Rhodesia's whites today overwhelmingly approved a new constitution that is scheduled to bring a form of qualified black majority rule to this war-torn country and end almost nine decades of white rule.
Their endorsement of the constitution paves the way for its acceptance by Rhodesia's white Parliament, which now ruled under a constitution drawn up when the former colony broke away from Britain in 1965. Universal suffrage elections for a biracial government are set to follow in April.
That government would, however, be under constitutional restraints guaranteeing the whites, who make up 4 percent of Rhodesia's 6.7 million population, a considerable voice in the politics of the new state, which would be called "Rhodesia-Zimbabwe." The name is hyphenated compromise between white and black names for the country.
By a majority of 85 percent, the whites today gave Prime Minister Ian Smith their official backing for the agreement he entered into last March 3 with three moderate black leaders, Bishop Abel Muzorewa, the Rev. Ndabaningi Sithole and Chief Jeremiah Chirau.
About half of the country's 94,700 registered white voters cast ballots. There are 230,000 whites in Rhodesia.
Visiting the returns center at Salisbury's central post office tonight, Smith said he hoped the vote would be taken "as an indication of [Rhodesians"] integrity and good faith in what we're trying to do." The white leader said he hoped there would now be some "reciprocity" on the part of the "leaders of the free world."
But even with this open white support, Smith and his three black colleagues will continue to face stiff military opposition to their plans from the Soviet-supported guerrilla armies of the two black Rhodesian leaders who have opposed the settlement.
The conflict between government forces and those of Joshua Nkomo and Robert Mugabe, who together form the Patriotic Front, is causing at least 100 deaths a week and has put at least 80 percent of the country under martial law.
Some observers labeled today's election "irrelevant," claiming that the transition to black majority rule is now irreversible. Others feared the whole effort may be overtaken by the worsening war.
More than 18,000 white Rhodesians didn't wait for today's constitutional referendum. They left Rhodesia during 1978, setting a record emigration rate for the troubled country.
Smith, looking pale and gray, but relaxed, set an example today by casting his vote in the community hall of his comfortable neighborhood, salisbury North.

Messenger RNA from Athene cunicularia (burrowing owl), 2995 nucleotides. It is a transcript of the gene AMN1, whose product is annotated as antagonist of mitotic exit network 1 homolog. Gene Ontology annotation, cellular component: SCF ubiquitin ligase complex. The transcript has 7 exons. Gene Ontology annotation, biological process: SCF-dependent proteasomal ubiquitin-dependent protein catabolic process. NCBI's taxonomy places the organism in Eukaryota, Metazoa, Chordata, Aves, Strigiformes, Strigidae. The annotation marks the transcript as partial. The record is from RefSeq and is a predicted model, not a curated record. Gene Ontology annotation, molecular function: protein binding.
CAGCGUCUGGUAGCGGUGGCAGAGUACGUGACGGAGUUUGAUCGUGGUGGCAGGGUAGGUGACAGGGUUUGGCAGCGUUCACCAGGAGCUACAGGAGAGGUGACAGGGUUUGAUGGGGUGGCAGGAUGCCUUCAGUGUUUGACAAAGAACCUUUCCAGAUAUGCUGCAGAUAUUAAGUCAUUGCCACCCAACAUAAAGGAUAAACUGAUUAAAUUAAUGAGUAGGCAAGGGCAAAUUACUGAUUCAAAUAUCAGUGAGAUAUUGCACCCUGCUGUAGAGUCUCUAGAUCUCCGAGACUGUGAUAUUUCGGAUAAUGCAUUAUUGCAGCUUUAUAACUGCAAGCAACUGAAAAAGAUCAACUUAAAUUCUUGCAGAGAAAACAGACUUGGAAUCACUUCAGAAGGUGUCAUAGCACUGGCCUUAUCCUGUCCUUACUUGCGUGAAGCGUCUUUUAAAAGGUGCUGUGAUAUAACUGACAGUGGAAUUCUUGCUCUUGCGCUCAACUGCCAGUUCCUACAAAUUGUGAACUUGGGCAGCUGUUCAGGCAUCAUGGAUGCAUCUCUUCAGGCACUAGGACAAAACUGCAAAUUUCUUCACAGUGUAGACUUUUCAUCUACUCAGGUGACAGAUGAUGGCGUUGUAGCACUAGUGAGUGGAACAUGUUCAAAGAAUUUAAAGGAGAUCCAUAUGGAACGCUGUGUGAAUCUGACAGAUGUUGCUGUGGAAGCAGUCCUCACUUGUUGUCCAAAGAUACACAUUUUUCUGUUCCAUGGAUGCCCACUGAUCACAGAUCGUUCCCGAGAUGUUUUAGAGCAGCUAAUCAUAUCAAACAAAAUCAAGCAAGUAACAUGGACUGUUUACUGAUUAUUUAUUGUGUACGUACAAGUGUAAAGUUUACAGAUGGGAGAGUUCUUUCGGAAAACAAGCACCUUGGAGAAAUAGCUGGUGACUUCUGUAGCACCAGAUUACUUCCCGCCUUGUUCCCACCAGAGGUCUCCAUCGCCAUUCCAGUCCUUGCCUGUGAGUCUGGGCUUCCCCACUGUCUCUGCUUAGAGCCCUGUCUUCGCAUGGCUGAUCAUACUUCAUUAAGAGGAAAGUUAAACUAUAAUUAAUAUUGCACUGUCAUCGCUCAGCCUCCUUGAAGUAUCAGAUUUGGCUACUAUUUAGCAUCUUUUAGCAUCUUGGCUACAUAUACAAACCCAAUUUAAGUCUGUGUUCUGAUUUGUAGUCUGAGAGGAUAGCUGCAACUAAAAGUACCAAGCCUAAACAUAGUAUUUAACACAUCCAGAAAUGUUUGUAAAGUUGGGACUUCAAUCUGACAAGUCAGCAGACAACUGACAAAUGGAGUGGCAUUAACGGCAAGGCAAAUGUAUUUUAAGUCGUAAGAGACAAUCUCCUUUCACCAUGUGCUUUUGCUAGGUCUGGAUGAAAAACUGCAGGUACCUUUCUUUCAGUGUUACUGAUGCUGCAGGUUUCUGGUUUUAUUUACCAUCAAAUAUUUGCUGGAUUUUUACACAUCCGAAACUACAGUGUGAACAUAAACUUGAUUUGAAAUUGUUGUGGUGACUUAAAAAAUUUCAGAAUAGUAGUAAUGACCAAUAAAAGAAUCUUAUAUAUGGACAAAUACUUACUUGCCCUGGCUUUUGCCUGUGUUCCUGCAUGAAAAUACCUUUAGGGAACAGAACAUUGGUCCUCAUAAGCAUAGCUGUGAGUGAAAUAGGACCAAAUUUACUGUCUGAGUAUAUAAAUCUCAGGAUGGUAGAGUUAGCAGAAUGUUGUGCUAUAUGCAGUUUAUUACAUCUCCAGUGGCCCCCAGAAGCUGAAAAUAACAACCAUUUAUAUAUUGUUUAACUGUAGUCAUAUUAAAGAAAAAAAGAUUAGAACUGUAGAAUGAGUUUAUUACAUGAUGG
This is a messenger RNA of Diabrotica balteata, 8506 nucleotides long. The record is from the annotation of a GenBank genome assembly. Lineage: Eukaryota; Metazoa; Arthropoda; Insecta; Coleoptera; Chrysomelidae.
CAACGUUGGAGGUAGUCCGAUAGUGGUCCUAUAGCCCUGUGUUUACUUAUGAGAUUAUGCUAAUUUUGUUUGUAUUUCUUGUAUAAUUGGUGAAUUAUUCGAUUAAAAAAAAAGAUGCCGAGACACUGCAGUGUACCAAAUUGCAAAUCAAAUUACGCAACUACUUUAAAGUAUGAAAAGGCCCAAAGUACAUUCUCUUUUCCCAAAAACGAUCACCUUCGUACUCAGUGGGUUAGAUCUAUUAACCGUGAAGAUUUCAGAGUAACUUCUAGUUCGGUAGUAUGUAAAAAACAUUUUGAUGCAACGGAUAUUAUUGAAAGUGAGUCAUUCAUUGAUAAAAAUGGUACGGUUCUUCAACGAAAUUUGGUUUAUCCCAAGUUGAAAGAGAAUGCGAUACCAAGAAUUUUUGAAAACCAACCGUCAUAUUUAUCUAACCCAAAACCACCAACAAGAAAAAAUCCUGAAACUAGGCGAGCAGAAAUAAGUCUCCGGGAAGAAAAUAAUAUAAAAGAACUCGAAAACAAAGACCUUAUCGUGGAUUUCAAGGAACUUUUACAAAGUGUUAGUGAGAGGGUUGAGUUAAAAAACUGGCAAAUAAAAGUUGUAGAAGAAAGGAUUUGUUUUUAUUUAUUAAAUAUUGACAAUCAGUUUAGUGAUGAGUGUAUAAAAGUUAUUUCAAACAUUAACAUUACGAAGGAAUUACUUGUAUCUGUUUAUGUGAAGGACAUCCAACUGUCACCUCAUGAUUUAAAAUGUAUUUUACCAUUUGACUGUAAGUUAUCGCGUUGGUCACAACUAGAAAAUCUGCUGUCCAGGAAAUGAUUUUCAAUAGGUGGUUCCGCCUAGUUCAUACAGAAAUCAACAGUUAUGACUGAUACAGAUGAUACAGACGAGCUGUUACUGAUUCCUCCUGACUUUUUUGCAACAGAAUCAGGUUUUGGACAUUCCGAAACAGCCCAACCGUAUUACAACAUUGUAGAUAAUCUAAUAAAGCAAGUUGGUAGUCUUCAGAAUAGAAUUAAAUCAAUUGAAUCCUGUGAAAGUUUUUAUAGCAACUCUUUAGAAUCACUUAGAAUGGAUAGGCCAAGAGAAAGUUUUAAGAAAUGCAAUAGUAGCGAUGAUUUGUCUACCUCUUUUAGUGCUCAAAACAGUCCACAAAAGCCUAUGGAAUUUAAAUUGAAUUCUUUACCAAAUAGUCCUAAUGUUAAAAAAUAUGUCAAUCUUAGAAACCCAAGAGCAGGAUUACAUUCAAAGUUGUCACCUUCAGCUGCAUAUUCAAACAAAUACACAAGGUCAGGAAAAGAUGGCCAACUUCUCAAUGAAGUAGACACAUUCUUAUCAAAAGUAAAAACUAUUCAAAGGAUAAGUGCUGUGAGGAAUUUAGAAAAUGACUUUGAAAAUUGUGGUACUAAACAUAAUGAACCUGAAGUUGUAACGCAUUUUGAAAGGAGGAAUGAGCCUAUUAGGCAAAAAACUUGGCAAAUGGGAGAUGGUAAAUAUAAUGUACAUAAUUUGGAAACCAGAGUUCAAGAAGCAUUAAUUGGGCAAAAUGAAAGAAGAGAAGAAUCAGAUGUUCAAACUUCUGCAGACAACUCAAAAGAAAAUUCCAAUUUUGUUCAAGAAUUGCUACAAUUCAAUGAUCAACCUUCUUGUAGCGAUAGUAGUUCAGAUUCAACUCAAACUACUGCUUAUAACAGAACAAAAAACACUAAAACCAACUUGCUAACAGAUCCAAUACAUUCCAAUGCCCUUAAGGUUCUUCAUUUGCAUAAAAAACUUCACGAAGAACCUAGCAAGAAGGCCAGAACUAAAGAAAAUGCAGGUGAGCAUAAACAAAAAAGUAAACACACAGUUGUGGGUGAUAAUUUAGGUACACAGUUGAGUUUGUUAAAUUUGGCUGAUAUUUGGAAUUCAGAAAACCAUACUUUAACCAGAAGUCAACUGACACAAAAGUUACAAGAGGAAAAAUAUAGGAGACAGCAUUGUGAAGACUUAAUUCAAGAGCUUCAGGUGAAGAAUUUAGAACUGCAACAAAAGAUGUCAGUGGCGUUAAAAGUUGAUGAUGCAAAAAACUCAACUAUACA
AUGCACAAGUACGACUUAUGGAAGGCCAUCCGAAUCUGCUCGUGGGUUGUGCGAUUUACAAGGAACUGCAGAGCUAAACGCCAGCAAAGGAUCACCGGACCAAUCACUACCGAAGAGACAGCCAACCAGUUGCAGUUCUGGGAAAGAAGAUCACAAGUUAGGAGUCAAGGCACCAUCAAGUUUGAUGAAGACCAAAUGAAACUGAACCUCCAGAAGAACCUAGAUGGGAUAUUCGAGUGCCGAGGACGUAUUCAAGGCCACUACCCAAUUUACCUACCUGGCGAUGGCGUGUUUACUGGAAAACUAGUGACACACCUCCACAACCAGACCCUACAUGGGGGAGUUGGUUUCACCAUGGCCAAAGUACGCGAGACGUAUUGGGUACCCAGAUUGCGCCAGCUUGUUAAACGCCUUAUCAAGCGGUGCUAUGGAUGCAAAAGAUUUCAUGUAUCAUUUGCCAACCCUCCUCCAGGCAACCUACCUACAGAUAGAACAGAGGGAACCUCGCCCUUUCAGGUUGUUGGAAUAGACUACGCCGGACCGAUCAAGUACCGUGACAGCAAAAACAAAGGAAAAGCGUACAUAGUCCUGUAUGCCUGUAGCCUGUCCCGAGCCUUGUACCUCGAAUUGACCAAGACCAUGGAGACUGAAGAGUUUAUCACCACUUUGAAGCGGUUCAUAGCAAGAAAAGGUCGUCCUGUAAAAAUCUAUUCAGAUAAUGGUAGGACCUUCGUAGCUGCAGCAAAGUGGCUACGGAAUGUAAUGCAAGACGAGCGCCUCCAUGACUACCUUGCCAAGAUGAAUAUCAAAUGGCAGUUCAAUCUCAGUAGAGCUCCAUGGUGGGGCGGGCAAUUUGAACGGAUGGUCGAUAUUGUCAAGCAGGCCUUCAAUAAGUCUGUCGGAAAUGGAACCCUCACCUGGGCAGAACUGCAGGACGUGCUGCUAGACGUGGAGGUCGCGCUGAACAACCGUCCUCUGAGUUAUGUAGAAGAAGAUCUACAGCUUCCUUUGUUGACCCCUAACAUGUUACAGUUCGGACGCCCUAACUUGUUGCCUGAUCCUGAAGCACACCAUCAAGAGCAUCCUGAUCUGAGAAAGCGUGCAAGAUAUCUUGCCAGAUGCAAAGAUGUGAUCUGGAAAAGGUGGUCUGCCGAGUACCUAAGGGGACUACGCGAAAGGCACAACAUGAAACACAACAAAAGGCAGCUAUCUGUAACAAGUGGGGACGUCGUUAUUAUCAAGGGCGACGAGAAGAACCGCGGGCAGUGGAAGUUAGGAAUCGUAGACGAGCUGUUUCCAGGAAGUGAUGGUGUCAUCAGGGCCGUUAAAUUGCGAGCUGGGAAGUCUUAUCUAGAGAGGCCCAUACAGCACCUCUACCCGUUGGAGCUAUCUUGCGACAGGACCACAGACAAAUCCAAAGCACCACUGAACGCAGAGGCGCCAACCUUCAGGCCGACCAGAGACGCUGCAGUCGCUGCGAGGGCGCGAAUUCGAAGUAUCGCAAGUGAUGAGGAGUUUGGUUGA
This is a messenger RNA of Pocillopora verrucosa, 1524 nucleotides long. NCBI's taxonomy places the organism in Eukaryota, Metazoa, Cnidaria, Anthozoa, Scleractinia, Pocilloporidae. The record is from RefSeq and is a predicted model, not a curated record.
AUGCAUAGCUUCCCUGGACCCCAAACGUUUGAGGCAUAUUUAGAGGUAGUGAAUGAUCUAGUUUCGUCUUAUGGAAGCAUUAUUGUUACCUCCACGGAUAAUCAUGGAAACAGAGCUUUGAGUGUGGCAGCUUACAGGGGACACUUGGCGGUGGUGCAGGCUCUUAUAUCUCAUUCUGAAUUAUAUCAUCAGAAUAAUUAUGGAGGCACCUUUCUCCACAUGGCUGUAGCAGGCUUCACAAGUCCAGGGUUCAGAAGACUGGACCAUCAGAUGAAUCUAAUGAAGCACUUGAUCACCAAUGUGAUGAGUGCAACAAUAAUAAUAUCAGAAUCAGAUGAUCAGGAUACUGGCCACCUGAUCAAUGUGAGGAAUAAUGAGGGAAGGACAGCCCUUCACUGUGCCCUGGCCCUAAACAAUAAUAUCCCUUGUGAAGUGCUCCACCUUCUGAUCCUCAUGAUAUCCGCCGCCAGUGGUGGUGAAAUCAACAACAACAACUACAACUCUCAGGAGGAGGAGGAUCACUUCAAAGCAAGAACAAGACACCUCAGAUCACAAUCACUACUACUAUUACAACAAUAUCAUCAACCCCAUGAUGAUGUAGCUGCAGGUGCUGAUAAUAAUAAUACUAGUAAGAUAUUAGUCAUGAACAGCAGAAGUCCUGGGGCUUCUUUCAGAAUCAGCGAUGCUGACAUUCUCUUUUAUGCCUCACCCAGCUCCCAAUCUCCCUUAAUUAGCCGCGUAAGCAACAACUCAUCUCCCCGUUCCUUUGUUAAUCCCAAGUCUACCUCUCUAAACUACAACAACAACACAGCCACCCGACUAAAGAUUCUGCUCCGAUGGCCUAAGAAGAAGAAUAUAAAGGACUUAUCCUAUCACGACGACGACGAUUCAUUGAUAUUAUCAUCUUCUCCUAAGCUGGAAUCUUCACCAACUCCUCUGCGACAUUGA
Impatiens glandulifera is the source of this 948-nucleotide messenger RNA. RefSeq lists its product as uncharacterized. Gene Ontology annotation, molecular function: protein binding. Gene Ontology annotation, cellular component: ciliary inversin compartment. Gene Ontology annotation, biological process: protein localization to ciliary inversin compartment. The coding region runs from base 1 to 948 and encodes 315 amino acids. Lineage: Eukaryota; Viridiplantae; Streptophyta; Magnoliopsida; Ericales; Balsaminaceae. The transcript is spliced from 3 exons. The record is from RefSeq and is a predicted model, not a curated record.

Asked later how he voted, Smith, in his evasive way, replied. "I voted with a cool head and used my judgment in the interest of Rhodesia, and voted the right way."
Before the election, Smith stumped vigorously to garner today's "yes" vote. Reiterating what he has said before, he told his white electorate that the constitution was the best they could hope for.
"I don't promise you utopia," he said, explaining openly, however, that the blacks' power would be limited by certain clauses of the constitution that "for the first five years will provide stability during the crucial initial years of majority rule. As will be seen in the constitution, effective white influence during this period will be considerable."
Under the new constitution the whites will be given a certain number posts in the Cabinet and will be assured of 28 seats in the 100-member Parliament. They will also have a veto over any legislative changes in the military, police, civil service and judiciary.
Despite a widely publicized effort by right-wing whites who oppose black rule and by liberal whites who believe that without the participation of the guerrilla chiefs, the biracial experiment of Smith and his three black partners is bound to fail, only 15 percent voted "no" to the new constitution.
Today's referendum was the fulfillment of a promise Smith gave the whites during the last general election in August 1977, when he said he would allow them to voice their opinion of any settlement he worked out with black leaders.
[Reuter reported from London that British officials said Secretary of State Cyrus Vance and British Foreign Secretary David Owen will meet in Washington Friday and Saturday to discuss the next possible steps towards a negotiated settlement in Rhodesia.]